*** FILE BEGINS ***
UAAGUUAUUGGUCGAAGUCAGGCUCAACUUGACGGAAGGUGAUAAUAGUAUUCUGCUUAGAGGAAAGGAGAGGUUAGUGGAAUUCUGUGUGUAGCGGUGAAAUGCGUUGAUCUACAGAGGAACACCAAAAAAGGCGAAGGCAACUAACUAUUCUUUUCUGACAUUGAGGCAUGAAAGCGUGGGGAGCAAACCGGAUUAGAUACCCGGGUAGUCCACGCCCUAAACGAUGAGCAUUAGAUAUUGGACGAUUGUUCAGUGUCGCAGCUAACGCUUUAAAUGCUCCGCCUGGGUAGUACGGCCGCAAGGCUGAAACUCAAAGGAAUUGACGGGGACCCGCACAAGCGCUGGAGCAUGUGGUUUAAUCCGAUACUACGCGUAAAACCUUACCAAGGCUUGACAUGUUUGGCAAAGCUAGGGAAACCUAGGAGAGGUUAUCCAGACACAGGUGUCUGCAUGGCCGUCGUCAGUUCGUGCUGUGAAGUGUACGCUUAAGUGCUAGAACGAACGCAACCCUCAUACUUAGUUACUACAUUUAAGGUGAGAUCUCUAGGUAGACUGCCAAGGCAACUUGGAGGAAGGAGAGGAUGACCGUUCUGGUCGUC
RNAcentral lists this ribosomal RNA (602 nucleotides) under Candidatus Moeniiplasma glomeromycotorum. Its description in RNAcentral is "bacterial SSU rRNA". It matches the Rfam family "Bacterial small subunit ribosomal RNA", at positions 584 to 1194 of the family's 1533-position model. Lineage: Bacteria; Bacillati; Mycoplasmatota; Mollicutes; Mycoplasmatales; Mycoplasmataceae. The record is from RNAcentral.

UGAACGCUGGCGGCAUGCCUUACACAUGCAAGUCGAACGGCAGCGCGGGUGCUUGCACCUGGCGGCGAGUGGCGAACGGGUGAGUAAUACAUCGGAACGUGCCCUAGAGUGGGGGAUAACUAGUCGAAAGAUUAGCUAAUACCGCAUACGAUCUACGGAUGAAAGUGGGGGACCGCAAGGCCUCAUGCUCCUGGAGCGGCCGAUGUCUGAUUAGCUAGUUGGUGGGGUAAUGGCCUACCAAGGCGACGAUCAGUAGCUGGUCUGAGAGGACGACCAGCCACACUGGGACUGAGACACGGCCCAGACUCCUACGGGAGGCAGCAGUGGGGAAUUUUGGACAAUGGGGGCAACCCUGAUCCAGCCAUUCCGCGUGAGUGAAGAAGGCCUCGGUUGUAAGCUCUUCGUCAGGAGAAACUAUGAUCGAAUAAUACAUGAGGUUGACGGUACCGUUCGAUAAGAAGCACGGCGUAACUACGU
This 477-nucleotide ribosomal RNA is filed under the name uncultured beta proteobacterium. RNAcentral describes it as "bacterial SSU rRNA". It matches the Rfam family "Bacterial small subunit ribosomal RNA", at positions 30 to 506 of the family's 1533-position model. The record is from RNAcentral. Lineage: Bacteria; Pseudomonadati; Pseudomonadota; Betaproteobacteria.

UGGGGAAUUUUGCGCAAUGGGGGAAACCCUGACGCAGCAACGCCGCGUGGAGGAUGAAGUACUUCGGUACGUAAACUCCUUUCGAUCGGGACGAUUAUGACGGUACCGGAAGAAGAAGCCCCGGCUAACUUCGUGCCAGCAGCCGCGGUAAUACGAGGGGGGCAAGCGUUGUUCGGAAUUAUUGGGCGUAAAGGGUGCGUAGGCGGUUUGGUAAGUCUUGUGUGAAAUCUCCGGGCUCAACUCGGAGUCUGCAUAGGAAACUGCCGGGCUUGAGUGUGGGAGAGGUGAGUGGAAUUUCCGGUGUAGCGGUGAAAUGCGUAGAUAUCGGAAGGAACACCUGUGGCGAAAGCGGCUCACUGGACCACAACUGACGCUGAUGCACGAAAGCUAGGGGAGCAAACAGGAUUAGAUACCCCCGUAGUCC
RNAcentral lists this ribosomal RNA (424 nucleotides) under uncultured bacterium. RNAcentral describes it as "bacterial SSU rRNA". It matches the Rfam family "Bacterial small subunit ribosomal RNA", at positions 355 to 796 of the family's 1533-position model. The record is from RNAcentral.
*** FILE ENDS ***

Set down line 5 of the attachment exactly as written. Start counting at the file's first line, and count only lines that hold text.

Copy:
UGGGGAAUUUUGCGCAAUGGGGGAAACCCUGACGCAGCAACGCCGCGUGGAGGAUGAAGUACUUCGGUACGUAAACUCCUUUCGAUCGGGACGAUUAUGACGGUACCGGAAGAAGAAGCCCCGGCUAACUUCGUGCCAGCAGCCGCGGUAAUACGAGGGGGGCAAGCGUUGUUCGGAAUUAUUGGGCGUAAAGGGUGCGUAGGCGGUUUGGUAAGUCUUGUGUGAAAUCUCCGGGCUCAACUCGGAGUCUGCAUAGGAAACUGCCGGGCUUGAGUGUGGGAGAGGUGAGUGGAAUUUCCGGUGUAGCGGUGAAAUGCGUAGAUAUCGGAAGGAACACCUGUGGCGAAAGCGGCUCACUGGACCACAACUGACGCUGAUGCACGAAAGCUAGGGGAGCAAACAGGAUUAGAUACCCCCGUAGUCC